By Noam N. Levey, Tribune Washington Bureau (MCT)
WASHINGTON — The first Texas nurse to contract Ebola is being moved to a National Institutes of Health clinic near Washington, health officials said Thursday during a congressional hearing about the breakdowns that led to the spread of the deadly virus in Dallas.
Anthony Fauci, director of the NIH’s National Institute of Allergy and Infectious Diseases, said that Nina Pham’s condition is stable and that she is “doing reasonably well.”
The nurse was diagnosed with Ebola on Sunday after treating Thomas Eric Duncan, the Liberian man who died last week at Texas Health Presbyterian Hospital. Pham is being transferred to the NIH Clinical Center in Bethesda, Md. — which has treated other Ebola patients — so she can be in a state-of-the-art facility, Fauci said.
Meanwhile, in Texas and Ohio, some public schools were closed as a precaution Thursday after officials learned that faculty and students had flown on the same plane as Ebola patient Amber Vinson. Vinson, a nurse who also treated Duncan at Texas Health Presbyterian, flew from Cleveland to Dallas-Fort Worth late Monday and was diagnosed with Ebola on Wednesday.
Belton Independent School District, about 130 miles south of Dallas, closed two elementary schools and a middle school.
“Canceling classes at the three campuses will allow us to thoroughly clean and disinfect the schools and buses that served them this week. It will also allow health officials additional time to reassess the health risk to passengers on the plane,” Belton District Supt. Susan Kincannon said in a statement.
Kincannon said the district was notified late Wednesday that the Centers for Disease Control and Prevention was re-evaluating the health risk to some passengers on Frontier Airlines Flight 1143.
In Ohio, the Solon City School District in the Cleveland suburbs closed an elementary and a middle school, spokeswoman Tamara Strom said.
“Two students from these schools were on the same plane that carried the Ebola patient, but not the same flight,” Strom said. “This is totally precautionary as we try and figure out the health situation.”
In Washington, senior federal health officials and the head of the Dallas hospital where the two nurses contracted Ebola were testifying before House lawmakers Thursday afternoon to try to explain the breakdowns that led to the virus’ spread.
Dr. Daniel Varga, the chief clinical officer of Texas Health Resources, which owns the hospital, plans to apologize for breakdowns in the care of Duncan.
“Unfortunately, in our initial treatment of Mr. Duncan, despite our best intentions and a highly skilled medical team, we made mistakes,” Varga says in his prepared testimony.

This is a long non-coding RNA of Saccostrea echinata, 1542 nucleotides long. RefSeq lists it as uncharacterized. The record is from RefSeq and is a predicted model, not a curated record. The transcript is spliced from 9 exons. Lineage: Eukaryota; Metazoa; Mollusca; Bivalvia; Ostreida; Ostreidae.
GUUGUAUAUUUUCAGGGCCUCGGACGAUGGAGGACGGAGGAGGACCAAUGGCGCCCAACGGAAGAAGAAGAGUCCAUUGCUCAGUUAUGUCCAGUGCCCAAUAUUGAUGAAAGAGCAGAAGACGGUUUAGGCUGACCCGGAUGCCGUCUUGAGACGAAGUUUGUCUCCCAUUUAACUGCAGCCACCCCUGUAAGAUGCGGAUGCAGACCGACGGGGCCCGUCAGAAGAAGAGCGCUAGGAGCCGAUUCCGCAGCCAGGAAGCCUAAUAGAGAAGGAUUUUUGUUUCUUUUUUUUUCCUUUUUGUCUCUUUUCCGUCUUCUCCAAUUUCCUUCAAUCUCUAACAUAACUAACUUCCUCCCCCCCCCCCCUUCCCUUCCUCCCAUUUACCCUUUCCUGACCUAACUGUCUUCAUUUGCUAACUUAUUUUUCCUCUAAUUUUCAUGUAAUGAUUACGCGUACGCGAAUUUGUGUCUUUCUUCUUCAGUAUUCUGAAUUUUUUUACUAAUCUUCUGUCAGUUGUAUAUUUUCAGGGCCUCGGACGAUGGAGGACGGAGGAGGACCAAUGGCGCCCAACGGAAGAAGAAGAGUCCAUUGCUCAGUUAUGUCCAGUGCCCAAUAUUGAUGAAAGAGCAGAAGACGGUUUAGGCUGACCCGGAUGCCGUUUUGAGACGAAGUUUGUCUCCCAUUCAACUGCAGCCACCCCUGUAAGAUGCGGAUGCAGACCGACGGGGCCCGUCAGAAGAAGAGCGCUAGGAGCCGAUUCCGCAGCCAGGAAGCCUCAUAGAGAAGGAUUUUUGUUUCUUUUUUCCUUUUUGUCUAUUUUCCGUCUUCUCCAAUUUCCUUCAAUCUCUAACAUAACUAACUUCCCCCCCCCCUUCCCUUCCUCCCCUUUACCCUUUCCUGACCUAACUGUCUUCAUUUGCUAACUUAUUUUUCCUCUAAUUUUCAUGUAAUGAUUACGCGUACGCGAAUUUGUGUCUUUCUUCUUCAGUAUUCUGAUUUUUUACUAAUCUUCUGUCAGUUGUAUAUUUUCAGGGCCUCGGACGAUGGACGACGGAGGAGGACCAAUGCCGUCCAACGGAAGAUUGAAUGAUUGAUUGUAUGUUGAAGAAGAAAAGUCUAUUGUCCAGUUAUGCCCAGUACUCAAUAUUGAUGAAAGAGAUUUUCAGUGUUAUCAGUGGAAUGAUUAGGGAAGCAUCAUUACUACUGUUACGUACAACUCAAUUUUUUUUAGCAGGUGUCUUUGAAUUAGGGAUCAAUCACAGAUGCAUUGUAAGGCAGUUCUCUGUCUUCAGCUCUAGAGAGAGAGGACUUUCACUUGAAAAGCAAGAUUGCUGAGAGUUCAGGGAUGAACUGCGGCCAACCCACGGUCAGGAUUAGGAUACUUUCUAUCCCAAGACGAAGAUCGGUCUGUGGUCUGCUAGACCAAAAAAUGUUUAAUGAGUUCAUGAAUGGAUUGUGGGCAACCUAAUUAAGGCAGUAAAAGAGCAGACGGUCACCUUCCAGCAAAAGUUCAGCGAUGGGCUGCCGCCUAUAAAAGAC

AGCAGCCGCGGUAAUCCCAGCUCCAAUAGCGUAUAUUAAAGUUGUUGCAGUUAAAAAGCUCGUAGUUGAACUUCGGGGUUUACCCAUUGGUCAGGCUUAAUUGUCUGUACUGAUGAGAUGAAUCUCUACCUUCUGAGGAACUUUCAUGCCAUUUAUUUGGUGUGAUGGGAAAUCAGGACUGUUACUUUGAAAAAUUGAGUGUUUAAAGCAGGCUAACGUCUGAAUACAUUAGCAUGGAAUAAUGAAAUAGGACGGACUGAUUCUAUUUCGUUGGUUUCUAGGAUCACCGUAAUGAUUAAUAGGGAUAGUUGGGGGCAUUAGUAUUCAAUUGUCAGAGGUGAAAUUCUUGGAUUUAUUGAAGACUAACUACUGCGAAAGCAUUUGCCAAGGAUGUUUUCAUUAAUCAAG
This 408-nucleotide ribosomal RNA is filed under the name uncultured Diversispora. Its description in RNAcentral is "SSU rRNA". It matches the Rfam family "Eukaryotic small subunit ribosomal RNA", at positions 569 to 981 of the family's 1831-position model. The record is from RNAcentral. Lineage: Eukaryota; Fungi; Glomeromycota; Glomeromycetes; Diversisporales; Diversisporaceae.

“We did not correctly diagnose his symptoms as those of Ebola. We are deeply sorry.”
Varga also is to testify that the hospital is working diligently with federal officials to identify where breakdowns in safety protocols may have occurred, causing two nurses who care for Duncan to also be infected.
The hearing before the House Energy and Commerce Committee’s oversight subcommittee is giving members of Congress their first opportunity to grill federal officials since the Texas health workers were diagnosed with Ebola.
A growing number of Republican lawmakers are calling on the Obama administration to take stronger steps to cut off travel from West Africa and strengthen the federal government’s response to Ebola in the United States.
Dr. Thomas Frieden, head of the federal Centers for Disease Control and Prevention, has sought to reassure lawmakers and the public that the agency is stepping up assistance to local hospitals to prevent further spread of the disease.
And in his prepared testimony, the CDC director again expressed confidence that a wider outbreak in this country was highly unlikely.
“As we learn from the recent importation case in Dallas and subsequent transmissions, and continue the public health response there, we remain confident that Ebola is not a significant public health threat to the United States,” Frieden said.
“It is not transmitted easily, and it does not spread from people who are not ill, and cultural norms that contribute to the spread of the disease in Africa — such as burial customs and inadequate public health measures — are not a factor in the United States. We know Ebola can be stopped with rapid diagnosis, appropriate triage, and meticulous infection-control practices in American hospitals.”
AFP Photo/Nicholas Kamm